• Cast Iron Plant, (Aspidistra elatior) gets its name from its ability to withstand abuse. However, its long, leathery leaves will be more attractive with good care. Requires moderate temperatures (70 Degrees F by day 50 to 55 degrees at night). Keep soil moderately moist, but not wet, at all times.
  • Chinese Evergreen, (Aglaonema commutatum). The leaves have beautiful silver markings on a dark green background. Although slow growing it is one of the most tolerant plants of adverse conditions. All Aglaonema species prefer warm temperatures (80 to 85 degrees F by day and 62 to 65 at night) and moderately moist soil. They will, however, grow in moderately dry soils.
  • Victoria Table Fern or Silver Leaf Table Fern, (Pteris ensiformis), has irregular forking, silver fronds with wavy green margins. This dwarf is often used in terrariums or in hanging baskets. It requires moderate to warm temperatures and moderately moist soils.
  • Flamingo Flower, (Anthurium x ferrierense). The main attraction is its colorful spathe (flower bract or sheath). The plant will bloom during any season, but more often from February to July. Other Anthruium species are available with red, white or pink spathes. Requires warm temperature and soils should be kept very moist, except in winter when soil should be kept moderately moist.
  • Peace Lily (Spathiphyllum 'Clevelandii'), likes soil with high organic content. Its leaves are sent out from the base of the plant and its spathes or `flowers' resemble a flattened Calla Lily. Normally blooming in the summer and fall, the Peace Lily makes an excellent potted plant for the home. It requires warm temperatures and soil should be very moist at all times.

12. Q. When and how do I make leaf cuttings?

A. Leaf cuttings are used almost exclusively for a few indoor plants. Leaves of most plants will either produce a few roots but no plant, or just decay.

There are several different ways of making leaf cuttings.

  • Whole leaf with petiole (ex. African violet): Detach the leaf and 1/2 inch to 1 1/2 inches of petiole. Insert the lower end of the petiole into the medium. One or more new plants will form at the base of the petiole. The leaf may be severed from the new plants when they have their own roots, and the petiole reused.
  • Whole leaf without petiole (ex. Most Succulents): This is used for plants with sessile leaves, in other words leaves without a petiole. Insert the cutting vertically into the medium. A new plant will form from the axillary bud. The leaf may be removed when the new plant has its own roots.

13. Q. What will 24 hours of light do to my indoor plants?

A. Many plants are grown in office buildings that are lighted for 24 hours. Different plants react differently to this condition. Most foliage plants grow along the equator, where plants get about 12 hours of high intensity light year-round. Many of these plants grow better under 24 hour light than under 12 hour light as the longer light periods enable plants to compensate for the low intensity of artificial light, by absorbing light over a long period. Certain annual bedding plants may receive enough light order to bloom indoors under continuous lighting. Some plants that do particularly well under 24 hour lighting are Swiss cheese plant (Monstera deliciosa), coleus, cissus, schefflera and cacti. Continuous light also speeds up growth of many slow growing, flowering plants like orchids and cacti. In this way, they can be brought to maturity much quicker.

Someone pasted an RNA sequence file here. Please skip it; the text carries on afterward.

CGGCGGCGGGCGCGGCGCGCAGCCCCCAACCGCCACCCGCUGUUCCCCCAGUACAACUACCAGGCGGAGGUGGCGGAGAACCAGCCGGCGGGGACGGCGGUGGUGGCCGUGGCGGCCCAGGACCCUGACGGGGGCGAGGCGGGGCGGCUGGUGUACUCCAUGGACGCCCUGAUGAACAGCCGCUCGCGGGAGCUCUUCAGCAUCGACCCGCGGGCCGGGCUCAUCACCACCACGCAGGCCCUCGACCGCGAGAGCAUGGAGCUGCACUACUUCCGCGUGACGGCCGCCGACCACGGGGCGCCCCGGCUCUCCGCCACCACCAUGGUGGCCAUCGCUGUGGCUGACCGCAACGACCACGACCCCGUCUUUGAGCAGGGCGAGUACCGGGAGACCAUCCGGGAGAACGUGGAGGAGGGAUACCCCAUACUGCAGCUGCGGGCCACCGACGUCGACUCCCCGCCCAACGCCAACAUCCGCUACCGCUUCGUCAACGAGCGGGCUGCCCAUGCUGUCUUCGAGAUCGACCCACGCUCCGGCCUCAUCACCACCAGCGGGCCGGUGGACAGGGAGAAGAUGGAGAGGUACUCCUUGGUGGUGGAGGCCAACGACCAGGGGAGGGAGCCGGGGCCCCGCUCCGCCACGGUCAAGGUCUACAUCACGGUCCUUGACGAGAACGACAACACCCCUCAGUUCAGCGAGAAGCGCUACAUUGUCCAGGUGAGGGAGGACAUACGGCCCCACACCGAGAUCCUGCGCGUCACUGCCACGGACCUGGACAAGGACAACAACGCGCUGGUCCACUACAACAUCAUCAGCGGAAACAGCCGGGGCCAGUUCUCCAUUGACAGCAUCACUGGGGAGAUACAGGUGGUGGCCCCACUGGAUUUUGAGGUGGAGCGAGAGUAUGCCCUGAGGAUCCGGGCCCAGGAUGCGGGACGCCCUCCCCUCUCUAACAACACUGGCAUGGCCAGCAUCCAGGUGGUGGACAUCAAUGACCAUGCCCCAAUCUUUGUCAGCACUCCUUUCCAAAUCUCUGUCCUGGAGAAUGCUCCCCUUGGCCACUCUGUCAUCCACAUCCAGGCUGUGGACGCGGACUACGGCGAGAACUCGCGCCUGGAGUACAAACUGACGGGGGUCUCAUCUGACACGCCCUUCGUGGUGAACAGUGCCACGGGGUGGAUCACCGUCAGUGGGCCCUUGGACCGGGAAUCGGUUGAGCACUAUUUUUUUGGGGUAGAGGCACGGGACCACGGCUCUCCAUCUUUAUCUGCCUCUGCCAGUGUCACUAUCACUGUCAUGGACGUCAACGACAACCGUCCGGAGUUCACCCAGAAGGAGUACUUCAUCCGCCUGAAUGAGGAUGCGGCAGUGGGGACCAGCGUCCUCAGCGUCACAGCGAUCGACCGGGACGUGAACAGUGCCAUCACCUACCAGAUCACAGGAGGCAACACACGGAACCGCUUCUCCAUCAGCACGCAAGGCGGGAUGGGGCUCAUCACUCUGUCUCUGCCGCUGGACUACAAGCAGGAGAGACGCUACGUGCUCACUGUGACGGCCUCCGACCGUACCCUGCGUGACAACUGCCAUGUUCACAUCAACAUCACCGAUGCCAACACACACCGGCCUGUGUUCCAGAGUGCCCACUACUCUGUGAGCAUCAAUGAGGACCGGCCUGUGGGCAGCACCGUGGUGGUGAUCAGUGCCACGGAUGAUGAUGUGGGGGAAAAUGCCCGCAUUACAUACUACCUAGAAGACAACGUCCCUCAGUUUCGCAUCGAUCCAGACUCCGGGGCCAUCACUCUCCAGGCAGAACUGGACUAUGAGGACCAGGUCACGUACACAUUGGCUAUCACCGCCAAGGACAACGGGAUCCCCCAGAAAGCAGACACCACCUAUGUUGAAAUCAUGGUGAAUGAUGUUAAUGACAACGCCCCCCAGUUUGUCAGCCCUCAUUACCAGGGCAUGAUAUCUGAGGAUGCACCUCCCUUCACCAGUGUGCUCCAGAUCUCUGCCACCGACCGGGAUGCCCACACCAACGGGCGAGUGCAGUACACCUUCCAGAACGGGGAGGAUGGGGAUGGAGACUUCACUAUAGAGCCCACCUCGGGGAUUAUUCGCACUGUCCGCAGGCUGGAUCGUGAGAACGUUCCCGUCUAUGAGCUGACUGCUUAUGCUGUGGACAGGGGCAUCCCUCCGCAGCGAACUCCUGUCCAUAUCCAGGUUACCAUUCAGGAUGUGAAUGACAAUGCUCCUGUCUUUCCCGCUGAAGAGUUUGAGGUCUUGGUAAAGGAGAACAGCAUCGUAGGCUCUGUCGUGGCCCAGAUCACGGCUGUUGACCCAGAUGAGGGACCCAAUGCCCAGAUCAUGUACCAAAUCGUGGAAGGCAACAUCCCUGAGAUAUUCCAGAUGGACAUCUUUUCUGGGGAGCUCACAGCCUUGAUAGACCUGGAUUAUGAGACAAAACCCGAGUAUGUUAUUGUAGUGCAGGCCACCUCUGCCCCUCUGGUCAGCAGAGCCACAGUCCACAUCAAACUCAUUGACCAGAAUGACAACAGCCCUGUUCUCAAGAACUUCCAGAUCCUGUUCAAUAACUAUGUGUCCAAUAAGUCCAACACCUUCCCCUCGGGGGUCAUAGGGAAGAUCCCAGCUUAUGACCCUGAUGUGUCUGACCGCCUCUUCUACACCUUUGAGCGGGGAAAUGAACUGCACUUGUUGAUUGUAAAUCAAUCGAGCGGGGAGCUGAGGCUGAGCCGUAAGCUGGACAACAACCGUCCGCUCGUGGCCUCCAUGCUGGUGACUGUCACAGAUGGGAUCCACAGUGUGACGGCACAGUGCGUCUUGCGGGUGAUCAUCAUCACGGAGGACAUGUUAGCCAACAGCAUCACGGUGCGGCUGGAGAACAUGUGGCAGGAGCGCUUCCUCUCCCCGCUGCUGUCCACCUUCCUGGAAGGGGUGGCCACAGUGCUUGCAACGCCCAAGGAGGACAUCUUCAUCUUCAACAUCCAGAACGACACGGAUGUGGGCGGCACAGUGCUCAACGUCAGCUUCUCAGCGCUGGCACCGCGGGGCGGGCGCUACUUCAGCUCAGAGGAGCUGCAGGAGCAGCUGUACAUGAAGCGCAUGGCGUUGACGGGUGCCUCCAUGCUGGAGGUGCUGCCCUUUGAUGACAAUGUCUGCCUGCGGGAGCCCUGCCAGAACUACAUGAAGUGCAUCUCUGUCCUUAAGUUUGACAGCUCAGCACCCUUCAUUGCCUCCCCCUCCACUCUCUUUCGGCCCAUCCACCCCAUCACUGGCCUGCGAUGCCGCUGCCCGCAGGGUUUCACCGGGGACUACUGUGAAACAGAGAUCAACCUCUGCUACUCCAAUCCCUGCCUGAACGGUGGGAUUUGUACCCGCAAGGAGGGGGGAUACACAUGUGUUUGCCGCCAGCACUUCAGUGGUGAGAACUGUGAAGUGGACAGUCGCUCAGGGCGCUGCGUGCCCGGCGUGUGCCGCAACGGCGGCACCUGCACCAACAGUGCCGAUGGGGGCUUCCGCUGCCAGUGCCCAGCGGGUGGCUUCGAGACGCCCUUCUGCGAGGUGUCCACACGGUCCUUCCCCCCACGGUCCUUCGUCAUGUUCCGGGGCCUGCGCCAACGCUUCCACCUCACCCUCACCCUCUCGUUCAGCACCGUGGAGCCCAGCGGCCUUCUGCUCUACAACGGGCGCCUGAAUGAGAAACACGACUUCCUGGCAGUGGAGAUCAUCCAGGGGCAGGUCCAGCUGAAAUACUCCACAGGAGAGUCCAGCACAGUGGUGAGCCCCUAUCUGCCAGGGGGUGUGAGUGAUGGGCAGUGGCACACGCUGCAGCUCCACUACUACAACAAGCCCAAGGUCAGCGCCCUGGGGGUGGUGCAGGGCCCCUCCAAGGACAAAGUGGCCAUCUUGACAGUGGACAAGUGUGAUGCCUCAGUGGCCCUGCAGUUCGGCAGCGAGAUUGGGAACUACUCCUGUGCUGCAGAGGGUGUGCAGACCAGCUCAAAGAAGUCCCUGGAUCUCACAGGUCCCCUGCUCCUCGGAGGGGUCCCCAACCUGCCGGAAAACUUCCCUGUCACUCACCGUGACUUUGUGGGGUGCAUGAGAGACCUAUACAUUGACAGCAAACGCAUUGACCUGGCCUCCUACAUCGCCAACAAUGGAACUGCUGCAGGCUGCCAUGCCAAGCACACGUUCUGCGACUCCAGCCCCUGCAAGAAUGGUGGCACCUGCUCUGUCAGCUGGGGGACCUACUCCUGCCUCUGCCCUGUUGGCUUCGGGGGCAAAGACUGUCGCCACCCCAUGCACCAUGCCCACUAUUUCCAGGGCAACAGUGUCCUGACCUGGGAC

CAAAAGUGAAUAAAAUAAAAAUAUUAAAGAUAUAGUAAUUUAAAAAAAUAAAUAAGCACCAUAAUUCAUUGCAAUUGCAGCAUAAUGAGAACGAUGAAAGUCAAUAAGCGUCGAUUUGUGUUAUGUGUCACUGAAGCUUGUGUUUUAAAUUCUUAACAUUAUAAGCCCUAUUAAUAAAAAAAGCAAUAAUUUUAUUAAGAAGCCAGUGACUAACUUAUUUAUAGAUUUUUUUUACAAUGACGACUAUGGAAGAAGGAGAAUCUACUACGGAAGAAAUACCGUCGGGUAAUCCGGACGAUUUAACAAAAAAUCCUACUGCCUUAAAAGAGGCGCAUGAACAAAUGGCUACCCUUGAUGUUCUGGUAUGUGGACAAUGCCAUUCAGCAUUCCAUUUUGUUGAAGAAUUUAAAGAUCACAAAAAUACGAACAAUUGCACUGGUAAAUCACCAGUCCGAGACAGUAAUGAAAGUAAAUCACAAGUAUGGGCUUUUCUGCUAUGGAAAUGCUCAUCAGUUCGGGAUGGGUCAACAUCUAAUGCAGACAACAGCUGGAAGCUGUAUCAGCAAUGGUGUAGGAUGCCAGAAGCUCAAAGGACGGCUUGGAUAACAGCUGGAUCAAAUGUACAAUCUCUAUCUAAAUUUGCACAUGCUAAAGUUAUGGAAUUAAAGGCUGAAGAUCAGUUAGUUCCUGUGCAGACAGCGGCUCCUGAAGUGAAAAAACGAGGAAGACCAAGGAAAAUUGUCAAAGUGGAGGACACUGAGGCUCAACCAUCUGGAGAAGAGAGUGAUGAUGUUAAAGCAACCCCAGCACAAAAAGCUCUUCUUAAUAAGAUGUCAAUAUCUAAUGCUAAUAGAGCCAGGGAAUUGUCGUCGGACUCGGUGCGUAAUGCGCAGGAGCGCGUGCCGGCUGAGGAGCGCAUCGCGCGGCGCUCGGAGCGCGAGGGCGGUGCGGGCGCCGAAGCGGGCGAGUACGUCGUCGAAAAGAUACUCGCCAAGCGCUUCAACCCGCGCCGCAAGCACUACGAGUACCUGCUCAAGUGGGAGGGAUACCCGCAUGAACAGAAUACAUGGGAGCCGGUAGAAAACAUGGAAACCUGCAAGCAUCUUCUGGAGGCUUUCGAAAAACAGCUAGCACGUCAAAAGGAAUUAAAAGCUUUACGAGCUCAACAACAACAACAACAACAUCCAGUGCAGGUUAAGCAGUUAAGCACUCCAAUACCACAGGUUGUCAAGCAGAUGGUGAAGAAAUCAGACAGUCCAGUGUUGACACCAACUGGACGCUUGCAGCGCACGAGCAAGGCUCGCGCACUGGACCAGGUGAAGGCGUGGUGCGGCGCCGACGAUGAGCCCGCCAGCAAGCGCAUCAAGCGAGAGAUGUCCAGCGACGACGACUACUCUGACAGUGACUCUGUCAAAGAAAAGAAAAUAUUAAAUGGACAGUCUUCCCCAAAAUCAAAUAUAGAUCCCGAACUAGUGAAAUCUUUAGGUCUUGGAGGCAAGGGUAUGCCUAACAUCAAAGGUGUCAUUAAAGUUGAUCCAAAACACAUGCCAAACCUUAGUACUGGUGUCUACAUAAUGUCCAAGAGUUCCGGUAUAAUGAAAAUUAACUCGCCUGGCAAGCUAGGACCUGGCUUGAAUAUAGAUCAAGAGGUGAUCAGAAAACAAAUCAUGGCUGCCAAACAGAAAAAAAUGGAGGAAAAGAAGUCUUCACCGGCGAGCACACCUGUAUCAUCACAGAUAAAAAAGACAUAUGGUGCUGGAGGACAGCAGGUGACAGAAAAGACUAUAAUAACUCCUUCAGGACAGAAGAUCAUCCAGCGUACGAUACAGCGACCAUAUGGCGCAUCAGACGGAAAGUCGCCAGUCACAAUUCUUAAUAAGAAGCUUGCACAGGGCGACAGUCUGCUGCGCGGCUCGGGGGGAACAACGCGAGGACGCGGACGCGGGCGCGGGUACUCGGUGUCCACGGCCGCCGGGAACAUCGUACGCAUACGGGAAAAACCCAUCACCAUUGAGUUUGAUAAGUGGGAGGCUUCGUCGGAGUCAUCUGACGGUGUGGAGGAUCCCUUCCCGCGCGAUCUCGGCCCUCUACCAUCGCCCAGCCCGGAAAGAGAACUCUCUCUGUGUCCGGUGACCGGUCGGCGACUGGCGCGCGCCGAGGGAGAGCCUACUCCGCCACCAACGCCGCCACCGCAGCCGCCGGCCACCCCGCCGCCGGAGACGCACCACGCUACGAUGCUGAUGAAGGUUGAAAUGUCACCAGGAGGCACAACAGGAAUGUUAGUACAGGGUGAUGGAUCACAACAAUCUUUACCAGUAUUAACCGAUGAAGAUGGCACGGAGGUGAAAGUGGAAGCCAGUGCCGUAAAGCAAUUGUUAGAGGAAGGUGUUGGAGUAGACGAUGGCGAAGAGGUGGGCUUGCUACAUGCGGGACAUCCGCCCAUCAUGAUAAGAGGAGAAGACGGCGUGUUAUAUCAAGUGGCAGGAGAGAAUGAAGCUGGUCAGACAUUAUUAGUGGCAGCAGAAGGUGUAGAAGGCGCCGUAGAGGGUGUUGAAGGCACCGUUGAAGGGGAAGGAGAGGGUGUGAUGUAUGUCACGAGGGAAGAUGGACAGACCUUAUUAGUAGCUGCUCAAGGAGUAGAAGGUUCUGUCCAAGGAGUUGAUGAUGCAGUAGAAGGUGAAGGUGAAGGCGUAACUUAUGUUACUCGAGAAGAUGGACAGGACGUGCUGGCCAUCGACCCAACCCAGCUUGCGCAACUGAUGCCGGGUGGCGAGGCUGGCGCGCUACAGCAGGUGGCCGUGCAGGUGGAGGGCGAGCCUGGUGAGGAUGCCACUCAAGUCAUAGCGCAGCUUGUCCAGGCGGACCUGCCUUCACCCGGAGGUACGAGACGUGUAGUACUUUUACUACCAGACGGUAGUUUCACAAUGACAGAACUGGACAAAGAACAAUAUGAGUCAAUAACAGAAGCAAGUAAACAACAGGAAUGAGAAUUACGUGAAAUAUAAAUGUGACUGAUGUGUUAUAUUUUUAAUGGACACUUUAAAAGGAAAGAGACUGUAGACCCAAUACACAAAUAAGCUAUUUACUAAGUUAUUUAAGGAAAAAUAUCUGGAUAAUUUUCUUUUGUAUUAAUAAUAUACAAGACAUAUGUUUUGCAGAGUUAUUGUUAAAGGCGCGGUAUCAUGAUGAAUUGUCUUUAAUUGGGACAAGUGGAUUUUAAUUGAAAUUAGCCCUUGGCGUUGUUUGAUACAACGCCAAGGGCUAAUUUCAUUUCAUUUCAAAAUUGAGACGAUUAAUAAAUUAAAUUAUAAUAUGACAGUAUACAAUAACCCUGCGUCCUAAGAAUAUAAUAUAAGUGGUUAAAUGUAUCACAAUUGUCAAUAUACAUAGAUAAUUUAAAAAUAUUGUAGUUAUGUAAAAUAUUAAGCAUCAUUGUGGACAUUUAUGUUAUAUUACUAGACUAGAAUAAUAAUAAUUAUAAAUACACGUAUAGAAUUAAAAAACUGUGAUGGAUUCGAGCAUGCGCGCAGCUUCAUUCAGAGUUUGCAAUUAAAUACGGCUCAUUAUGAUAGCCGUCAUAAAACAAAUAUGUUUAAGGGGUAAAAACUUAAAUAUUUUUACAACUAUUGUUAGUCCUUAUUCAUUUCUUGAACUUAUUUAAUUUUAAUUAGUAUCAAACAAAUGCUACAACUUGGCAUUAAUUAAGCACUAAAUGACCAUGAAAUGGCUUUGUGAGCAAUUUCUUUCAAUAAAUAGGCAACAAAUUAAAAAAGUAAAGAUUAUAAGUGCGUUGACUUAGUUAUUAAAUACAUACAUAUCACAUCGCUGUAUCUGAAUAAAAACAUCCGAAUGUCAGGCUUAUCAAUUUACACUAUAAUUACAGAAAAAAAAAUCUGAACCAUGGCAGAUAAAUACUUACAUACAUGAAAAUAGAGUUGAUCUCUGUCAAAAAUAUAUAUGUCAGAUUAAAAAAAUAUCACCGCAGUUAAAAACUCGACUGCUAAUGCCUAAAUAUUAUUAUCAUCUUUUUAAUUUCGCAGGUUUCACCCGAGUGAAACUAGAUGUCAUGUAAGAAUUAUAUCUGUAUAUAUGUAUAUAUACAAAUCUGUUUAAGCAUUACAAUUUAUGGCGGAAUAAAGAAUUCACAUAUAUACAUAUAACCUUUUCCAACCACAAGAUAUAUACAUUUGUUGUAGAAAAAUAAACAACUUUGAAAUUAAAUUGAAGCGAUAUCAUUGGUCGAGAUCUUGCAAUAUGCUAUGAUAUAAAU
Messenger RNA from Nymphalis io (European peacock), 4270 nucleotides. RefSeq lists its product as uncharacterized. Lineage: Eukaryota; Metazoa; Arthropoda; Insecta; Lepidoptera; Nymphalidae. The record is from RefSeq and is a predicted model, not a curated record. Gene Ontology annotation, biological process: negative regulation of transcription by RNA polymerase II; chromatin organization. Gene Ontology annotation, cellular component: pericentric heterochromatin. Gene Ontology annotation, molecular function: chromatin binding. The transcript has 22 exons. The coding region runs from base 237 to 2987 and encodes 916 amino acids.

Some plants do well either both 12 and 24 hour days, including philodendrons, Engligh ivy, pothos and dieffenbachia. Under continuous lighting, they tend to keep their lower leaves longer. Spider plant (Chlorophytum spp) grows best with 12 hours of light. Leaf sections (ex. Snake plant): Cut snake plant leaves into two inch sections. Consistently make the lower cut slanted and the upper cut straight so you can tell which is the top. Insert the cutting vertically. Roots will form fairly soon, and eventually a new plant will appear at the base of the cutting. These and other succulent cuttings will rot if kept too moist.

14. Q. Should the pH of potting soil be adjusted? The mix I use contains a lot of peat moss.

A. Many potting mixes are quite acidic (pH 3.5-5.5) because acidic peat is a major component of these mixes. To raise the pH to a level suitable for most plants, dolomite (limestone containing magnesium), calcium carbonate (lime), or calcium hydroxide (hydrated lime) are generally used. A rule of thumb that can be used is the following: add about 8 pounds of dolomite per cubic yard of potting mix to raise the pH by one unit. Twice as much dolomite will not raise the pH by two units as the pH scale is not arithmetic.

Lime is slightly more efficient than dolomite in raising pH. Hydrated lime can be substituted as follows: one teaspoon per gallon of water added to the potting mix sufficiently for thorough moistening will raise the pH by a little more than half a unit. If necessary, you can do this again after two weeks to raise the pH higher. Do not use more than one teaspoon per gallon each time, and be careful to rinse off any of the solution that gets on the plant as it may burn leaves.

Occasionally, the pH of potting mixes can be too high. If the pH is 7.5 or above, you can add about one half of a teaspoon of sulfur to each 6" pot. Sulfur can be applied as a drench or in granular form. Small amounts are available at the drug store.